I wouldn’t chop and change mats mid round as it would be too much hassle but it’s always worth a change if you just fancy some variety in your practice. The rough turf allows for some quality flop shot practice too.
You’re unlikely to be able to simulate the true difficulty of deep rough in a golf simulator. However most simulation programs simulate the extra force required to extricate a ball from the rough fairly well.
You’ll need more speed, a longer club and maybe a bit extra loft to get out of the deep lies in the computer program, though your actual strike will still be from your normal hitting mat.
This is the Cimarron Ultimate Golf Mat and it features two strips of rough of differing lengths.
How Long Does it Take to Play 18 Holes in a Golf Simulator?
It takes me around 60-90 minutes to play an 18 hole round of golf in my simulator. Competitive golf against an opponent of course takes longer and you’re always free to tinker and take your time. You have the advantage of not neeting to walk between shots and it’s all from the comfort of your own home. You also don’t get stuck behind four balls that take ages on every shot!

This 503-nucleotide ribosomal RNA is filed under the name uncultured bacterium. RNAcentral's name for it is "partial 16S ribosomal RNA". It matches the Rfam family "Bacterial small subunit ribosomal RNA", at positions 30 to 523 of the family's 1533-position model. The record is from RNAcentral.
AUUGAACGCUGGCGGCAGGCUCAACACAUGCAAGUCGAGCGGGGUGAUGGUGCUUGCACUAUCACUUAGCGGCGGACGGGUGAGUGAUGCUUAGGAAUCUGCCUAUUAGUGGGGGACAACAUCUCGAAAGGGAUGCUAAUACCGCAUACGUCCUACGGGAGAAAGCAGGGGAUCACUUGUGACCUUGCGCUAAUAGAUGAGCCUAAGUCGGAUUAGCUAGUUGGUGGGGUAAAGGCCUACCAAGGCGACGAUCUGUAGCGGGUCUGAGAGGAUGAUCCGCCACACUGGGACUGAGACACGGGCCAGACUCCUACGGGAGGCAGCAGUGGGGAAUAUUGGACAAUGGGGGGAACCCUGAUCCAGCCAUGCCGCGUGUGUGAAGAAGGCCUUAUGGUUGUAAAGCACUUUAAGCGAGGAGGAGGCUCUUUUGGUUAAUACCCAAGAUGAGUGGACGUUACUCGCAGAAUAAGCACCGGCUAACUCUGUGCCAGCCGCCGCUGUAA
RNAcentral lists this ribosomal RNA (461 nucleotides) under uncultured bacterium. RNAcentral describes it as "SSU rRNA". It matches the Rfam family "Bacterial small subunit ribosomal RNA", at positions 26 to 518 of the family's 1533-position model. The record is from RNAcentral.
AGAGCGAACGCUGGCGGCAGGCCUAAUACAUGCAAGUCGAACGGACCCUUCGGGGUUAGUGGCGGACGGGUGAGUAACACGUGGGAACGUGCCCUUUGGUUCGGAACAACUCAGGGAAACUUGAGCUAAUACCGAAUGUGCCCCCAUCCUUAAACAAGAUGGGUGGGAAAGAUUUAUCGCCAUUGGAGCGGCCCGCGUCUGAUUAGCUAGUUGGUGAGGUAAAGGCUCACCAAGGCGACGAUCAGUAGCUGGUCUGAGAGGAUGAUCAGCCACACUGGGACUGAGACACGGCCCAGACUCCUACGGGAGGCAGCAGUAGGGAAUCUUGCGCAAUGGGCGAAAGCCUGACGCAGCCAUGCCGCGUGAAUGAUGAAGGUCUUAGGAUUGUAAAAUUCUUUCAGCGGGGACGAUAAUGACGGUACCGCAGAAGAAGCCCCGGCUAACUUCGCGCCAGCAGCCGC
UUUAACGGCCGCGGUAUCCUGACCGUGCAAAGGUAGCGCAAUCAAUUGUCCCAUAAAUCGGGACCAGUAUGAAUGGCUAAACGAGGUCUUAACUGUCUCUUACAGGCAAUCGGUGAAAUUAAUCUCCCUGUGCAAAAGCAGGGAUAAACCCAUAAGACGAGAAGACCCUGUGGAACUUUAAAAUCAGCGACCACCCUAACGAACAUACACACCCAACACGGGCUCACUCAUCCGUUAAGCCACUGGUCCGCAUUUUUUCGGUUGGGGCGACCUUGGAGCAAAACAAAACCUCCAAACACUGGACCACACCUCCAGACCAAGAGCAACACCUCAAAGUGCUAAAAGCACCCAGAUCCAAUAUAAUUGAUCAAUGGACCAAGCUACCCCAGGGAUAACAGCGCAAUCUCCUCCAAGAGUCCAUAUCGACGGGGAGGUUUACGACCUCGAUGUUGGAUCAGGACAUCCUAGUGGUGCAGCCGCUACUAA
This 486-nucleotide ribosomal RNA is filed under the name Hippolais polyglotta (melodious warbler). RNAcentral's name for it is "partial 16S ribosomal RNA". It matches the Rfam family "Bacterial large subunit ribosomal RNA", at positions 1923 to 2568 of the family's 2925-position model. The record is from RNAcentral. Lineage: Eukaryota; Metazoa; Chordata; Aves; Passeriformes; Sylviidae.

Playing 18 holes this quickly can take some of the realism away but I think the benefits of playing golf quickly (on some amazing courses) massively outweigh this problem.
Conclusion – Reduce Variables to Increase Immersion in Your Golf Simulator
The comparison of Golf Simulator vs Reality is a complex one.
Whilst simulator golf will never achieve the amazing outdoors experience you’ll get being buffeted by the wind on the Pebble Beach california coast or witnessing the true awe of Amen Corner at Augusta, there are ways to make your experience as real as you can.
Optimising your room setup, hititng surface, projected image and enclosure and launch monitor setup will all help achieve the best and most realistic golf simulator experience possible.
You should also ask yourself what you want from your golf simulator. For me it’s a real experience whilst maintaining realistic expectations. I still go out and play proper golf for real. I also use my simulator to get the best practice time I can.
Best of luck with your golf simulator build!